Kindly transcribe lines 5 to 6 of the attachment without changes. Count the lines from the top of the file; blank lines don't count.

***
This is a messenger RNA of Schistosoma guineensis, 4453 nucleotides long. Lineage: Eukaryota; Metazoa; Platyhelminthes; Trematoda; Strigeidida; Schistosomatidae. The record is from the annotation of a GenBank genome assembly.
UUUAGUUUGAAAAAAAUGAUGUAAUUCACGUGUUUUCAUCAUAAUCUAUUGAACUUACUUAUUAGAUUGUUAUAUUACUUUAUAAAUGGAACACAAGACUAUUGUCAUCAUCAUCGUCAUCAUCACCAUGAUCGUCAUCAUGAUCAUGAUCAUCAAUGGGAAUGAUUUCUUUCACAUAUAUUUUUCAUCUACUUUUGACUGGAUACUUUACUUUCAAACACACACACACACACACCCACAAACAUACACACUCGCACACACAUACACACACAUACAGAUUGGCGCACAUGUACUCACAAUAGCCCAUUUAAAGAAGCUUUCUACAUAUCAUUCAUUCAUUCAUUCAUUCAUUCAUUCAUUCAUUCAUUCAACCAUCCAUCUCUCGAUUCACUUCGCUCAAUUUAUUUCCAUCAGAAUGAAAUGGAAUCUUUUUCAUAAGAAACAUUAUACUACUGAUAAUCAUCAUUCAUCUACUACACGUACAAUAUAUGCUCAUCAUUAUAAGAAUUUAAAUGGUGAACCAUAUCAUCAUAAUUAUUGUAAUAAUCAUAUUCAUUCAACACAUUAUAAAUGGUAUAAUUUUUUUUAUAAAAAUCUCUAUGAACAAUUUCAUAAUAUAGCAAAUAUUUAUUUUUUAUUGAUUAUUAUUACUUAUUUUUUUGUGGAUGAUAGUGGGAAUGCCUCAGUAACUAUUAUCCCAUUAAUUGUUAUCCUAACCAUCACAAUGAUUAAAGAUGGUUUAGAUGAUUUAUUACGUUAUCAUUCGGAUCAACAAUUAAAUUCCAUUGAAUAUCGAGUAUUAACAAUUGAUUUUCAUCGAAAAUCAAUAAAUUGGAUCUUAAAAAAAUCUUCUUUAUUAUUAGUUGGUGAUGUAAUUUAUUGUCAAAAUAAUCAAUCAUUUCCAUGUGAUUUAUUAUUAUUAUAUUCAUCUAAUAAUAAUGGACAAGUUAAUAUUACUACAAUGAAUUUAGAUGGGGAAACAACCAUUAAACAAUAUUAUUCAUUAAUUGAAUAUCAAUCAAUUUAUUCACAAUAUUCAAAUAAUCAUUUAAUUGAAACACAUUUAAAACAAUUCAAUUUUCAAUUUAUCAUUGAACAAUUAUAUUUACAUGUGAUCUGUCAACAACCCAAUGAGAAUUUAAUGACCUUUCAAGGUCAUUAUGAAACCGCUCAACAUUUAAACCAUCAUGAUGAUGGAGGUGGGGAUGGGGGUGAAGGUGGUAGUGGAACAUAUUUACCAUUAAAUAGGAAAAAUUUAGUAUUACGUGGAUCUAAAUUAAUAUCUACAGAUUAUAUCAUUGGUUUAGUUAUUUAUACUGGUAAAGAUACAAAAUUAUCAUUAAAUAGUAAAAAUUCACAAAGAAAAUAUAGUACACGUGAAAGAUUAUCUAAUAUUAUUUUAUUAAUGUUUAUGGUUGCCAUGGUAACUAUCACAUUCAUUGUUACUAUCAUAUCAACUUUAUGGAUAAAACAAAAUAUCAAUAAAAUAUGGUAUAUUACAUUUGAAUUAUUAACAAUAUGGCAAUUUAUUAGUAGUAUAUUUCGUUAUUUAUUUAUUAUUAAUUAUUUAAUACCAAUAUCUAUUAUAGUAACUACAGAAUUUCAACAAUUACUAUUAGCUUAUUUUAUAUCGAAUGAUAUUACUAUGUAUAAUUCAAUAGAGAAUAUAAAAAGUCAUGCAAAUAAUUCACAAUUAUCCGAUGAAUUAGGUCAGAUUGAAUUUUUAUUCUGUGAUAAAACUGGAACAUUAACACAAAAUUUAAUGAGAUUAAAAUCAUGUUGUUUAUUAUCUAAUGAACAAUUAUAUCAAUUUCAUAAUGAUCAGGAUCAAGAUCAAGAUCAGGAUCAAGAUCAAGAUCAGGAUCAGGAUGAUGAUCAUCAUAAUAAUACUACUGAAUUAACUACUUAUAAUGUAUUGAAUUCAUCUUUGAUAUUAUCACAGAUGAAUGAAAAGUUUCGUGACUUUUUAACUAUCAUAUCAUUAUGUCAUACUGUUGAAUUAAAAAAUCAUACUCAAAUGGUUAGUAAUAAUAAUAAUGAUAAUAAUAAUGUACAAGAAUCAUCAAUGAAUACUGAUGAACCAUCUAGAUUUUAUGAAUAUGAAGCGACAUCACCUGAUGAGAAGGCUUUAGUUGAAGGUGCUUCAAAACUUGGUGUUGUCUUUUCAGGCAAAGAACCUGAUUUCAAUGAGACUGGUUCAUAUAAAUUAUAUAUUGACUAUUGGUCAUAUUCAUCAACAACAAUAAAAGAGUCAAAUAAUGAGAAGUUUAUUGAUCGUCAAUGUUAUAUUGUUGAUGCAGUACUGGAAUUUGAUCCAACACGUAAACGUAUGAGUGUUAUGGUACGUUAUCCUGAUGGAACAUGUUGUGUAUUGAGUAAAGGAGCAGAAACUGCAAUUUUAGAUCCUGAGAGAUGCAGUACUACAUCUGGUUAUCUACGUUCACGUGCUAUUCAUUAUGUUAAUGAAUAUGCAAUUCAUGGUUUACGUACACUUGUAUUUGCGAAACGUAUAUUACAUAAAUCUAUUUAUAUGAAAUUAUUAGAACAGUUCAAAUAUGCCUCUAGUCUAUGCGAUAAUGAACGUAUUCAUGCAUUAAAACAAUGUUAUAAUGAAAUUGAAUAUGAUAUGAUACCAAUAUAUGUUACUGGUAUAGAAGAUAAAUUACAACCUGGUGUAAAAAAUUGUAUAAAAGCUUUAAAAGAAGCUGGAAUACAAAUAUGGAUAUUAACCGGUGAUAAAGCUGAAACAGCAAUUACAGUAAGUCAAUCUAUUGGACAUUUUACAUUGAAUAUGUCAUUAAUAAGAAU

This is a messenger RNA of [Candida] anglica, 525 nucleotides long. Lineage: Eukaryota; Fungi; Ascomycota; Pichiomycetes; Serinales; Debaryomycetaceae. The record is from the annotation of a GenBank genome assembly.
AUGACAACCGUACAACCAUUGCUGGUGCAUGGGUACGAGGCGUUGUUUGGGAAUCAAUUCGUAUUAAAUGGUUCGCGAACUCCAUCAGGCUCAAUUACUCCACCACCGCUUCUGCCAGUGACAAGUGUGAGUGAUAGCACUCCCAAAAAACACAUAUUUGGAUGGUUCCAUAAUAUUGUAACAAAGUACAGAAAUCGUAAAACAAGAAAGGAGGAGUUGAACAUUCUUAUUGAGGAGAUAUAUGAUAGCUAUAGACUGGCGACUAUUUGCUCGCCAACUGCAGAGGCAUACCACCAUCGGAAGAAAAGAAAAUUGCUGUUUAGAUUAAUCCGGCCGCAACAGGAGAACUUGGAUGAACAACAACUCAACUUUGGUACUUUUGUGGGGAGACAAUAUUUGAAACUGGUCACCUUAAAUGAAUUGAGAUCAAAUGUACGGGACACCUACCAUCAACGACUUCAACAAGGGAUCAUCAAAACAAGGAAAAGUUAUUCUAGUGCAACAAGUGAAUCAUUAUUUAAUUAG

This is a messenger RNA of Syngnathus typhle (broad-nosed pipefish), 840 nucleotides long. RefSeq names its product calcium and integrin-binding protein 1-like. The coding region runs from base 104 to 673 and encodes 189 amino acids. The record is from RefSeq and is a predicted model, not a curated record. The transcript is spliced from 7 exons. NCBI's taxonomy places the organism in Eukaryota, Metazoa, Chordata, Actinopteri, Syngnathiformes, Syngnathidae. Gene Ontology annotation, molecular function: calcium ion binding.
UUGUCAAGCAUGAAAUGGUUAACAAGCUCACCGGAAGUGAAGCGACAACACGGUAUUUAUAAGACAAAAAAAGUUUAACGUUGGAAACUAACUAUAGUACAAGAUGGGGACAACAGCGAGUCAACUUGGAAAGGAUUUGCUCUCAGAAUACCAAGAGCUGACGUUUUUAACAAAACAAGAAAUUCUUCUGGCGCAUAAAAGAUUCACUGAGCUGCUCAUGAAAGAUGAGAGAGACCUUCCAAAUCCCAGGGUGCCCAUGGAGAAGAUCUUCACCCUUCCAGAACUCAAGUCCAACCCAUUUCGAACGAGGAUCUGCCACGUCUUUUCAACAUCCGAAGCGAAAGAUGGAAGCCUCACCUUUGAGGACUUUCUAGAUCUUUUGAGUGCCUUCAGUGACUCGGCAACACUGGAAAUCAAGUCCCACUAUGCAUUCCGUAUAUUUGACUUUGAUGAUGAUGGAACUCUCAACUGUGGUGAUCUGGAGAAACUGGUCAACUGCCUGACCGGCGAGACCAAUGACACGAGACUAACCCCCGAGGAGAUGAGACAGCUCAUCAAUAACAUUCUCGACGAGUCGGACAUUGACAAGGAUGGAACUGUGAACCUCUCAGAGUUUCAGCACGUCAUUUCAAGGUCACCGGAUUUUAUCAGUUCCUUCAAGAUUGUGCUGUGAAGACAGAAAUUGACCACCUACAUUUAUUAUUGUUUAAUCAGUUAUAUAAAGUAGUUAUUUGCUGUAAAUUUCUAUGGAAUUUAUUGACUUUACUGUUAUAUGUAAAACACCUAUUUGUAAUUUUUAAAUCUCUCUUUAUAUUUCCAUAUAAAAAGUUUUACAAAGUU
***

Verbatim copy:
This is a messenger RNA of Syngnathus typhle (broad-nosed pipefish), 840 nucleotides long. RefSeq names its product calcium and integrin-binding protein 1-like. The coding region runs from base 104 to 673 and encodes 189 amino acids. The record is from RefSeq and is a predicted model, not a curated record. The transcript is spliced from 7 exons. NCBI's taxonomy places the organism in Eukaryota, Metazoa, Chordata, Actinopteri, Syngnathiformes, Syngnathidae. Gene Ontology annotation, molecular function: calcium ion binding.
UUGUCAAGCAUGAAAUGGUUAACAAGCUCACCGGAAGUGAAGCGACAACACGGUAUUUAUAAGACAAAAAAAGUUUAACGUUGGAAACUAACUAUAGUACAAGAUGGGGACAACAGCGAGUCAACUUGGAAAGGAUUUGCUCUCAGAAUACCAAGAGCUGACGUUUUUAACAAAACAAGAAAUUCUUCUGGCGCAUAAAAGAUUCACUGAGCUGCUCAUGAAAGAUGAGAGAGACCUUCCAAAUCCCAGGGUGCCCAUGGAGAAGAUCUUCACCCUUCCAGAACUCAAGUCCAACCCAUUUCGAACGAGGAUCUGCCACGUCUUUUCAACAUCCGAAGCGAAAGAUGGAAGCCUCACCUUUGAGGACUUUCUAGAUCUUUUGAGUGCCUUCAGUGACUCGGCAACACUGGAAAUCAAGUCCCACUAUGCAUUCCGUAUAUUUGACUUUGAUGAUGAUGGAACUCUCAACUGUGGUGAUCUGGAGAAACUGGUCAACUGCCUGACCGGCGAGACCAAUGACACGAGACUAACCCCCGAGGAGAUGAGACAGCUCAUCAAUAACAUUCUCGACGAGUCGGACAUUGACAAGGAUGGAACUGUGAACCUCUCAGAGUUUCAGCACGUCAUUUCAAGGUCACCGGAUUUUAUCAGUUCCUUCAAGAUUGUGCUGUGAAGACAGAAAUUGACCACCUACAUUUAUUAUUGUUUAAUCAGUUAUAUAAAGUAGUUAUUUGCUGUAAAUUUCUAUGGAAUUUAUUGACUUUACUGUUAUAUGUAAAACACCUAUUUGUAAUUUUUAAAUCUCUCUUUAUAUUUCCAUAUAAAAAGUUUUACAAAGUU